While Sirius XM (NASDAQ:SIRI) has not gone so far as to name GM as the manufacturer that will see a shift in its deal this winter, it is widely known that the manufacturer in question is indeed GM. The essential thing that investors need to understand as it relates to the new deal is that it is a positive deal over time that will carry short-term "negatives" in the subscriber metric.
The current GM deal is a legacy deal that provides Sirius XM with PAID PROMOTIONAL SUBSCRIBERS. This is important to note because these are subscribers that are currently counted in the metrics reported by the company, but beginning in Q4 of this year will not be counted. The reason is that they are shifting from PAID PROMOTIONAL to UNPAID PROMOTIONAL. The difference is that an unpaid promotional subscription is not counted in the subscriber number.
If we consider that GM will sell 650,000 cars in Q4 of this year, and that it installs satellite radios in 70% of those vehicles, the subscriber contribution from GM would be 455,000 paid promotional subscribers (650,000 * .7 = 455,000). Sirius XM typically has gross subscriber additions of about 2,600,000 per quarter and deactivations of about 2,050,000. As you can imagine, pulling out some 455,000 subscribers from the gross additions line in a quarter would make the net number much smaller than it would have otherwise been. We are looking at net additions of 550,000 using the old deal, but just 95,000 using the new deal. That is the first and perhaps most important thing for investors to understand.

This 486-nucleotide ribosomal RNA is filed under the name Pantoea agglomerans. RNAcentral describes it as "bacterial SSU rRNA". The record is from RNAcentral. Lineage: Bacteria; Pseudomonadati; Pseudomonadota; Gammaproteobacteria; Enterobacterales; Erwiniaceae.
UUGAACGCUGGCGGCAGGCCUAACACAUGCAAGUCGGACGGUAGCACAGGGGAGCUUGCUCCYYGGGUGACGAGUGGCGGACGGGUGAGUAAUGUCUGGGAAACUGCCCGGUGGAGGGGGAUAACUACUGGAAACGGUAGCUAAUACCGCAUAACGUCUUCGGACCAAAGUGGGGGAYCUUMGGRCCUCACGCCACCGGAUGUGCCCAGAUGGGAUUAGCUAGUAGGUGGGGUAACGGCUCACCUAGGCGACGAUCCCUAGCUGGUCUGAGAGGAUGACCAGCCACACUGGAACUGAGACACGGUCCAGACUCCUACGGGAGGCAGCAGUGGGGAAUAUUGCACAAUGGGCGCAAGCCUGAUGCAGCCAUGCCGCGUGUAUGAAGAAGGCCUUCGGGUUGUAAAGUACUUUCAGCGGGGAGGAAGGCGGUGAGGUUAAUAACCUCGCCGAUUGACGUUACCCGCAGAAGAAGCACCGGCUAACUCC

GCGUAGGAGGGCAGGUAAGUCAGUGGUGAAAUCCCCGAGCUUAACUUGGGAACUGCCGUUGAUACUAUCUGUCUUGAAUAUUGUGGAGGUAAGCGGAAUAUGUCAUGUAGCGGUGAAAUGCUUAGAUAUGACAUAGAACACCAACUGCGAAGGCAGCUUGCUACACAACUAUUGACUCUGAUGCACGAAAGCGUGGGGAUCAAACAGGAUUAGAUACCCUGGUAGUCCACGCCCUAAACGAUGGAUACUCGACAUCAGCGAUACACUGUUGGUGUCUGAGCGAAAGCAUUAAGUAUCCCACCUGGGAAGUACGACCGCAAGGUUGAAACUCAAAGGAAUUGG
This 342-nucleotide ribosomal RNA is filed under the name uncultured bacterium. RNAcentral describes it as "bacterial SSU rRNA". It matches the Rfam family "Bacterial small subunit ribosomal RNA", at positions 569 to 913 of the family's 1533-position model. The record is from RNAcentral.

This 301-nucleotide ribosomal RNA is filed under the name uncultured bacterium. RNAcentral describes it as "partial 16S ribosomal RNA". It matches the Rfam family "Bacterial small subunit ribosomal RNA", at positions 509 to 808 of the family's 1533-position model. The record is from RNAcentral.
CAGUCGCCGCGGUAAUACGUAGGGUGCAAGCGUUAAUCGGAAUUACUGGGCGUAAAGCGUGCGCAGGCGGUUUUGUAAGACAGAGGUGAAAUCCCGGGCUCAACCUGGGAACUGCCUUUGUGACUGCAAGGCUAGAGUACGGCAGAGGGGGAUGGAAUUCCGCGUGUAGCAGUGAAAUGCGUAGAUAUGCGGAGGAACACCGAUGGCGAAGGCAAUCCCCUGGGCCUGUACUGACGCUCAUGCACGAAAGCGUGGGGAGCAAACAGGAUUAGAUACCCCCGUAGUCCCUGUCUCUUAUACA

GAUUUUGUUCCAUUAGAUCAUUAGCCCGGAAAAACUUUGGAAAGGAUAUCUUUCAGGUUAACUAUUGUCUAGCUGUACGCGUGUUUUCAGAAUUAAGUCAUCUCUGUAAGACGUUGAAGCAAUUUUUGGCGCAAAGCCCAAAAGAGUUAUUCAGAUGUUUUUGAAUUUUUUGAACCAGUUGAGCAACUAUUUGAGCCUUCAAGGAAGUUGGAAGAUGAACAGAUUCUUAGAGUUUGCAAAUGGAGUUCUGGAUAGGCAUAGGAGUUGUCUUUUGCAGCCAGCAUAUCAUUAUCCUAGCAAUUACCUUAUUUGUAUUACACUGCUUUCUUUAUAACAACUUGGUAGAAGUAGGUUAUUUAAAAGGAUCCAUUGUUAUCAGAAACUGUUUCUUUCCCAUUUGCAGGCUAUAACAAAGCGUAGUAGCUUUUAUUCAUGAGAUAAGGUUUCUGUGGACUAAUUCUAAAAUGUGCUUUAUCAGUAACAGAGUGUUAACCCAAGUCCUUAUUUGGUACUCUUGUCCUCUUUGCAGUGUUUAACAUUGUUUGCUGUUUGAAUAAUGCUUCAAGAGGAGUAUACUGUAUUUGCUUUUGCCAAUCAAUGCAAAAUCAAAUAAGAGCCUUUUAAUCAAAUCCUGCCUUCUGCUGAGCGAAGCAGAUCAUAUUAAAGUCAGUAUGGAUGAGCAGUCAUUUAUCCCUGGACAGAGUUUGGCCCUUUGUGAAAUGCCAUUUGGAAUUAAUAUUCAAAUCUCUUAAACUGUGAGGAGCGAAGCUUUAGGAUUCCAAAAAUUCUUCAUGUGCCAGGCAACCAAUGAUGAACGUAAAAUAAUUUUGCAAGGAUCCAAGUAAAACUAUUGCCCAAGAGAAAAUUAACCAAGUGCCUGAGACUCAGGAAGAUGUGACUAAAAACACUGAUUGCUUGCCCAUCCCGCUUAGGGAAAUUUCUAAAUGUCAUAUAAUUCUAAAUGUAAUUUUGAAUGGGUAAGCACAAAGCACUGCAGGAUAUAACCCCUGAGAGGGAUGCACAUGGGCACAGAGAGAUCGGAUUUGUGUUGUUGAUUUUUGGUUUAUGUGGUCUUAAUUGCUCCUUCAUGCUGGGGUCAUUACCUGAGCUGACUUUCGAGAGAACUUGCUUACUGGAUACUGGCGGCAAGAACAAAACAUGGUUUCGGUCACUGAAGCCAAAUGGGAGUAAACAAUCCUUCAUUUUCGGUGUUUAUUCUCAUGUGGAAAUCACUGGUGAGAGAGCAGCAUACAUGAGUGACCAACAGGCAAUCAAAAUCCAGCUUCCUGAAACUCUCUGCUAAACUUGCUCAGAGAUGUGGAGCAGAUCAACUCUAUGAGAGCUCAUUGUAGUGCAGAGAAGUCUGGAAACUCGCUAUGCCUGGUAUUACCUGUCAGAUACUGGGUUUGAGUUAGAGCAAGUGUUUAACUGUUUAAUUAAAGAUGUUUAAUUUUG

As I stated early on, the new deal is better for Sirius XM in the longer term, but there will be some "pain" when the switch happens. Essentially, the subscriber number will suffer. This is one reason that the company is making a concerted effort to get the street to focus on self paying subscriber additions rather than net additions.
The old GM deal
In the old GM deal part of the cost of the promotional subscription was paid for by GM. The company receiving revenue for a subscription is the mechanism that allowed these promotional subscriptions to be counted as subscribers.
Essentially, GM paid a discounted subscription rate that equated to about $20 for 3 months. This $20 went into deferred revenue, and then shifted to revenue. GM also got what is called a revenue share on the radio going forward that equated to about $5 per month for the life of the radio as long as it was active. GM receives this revenue even on a second or third owner.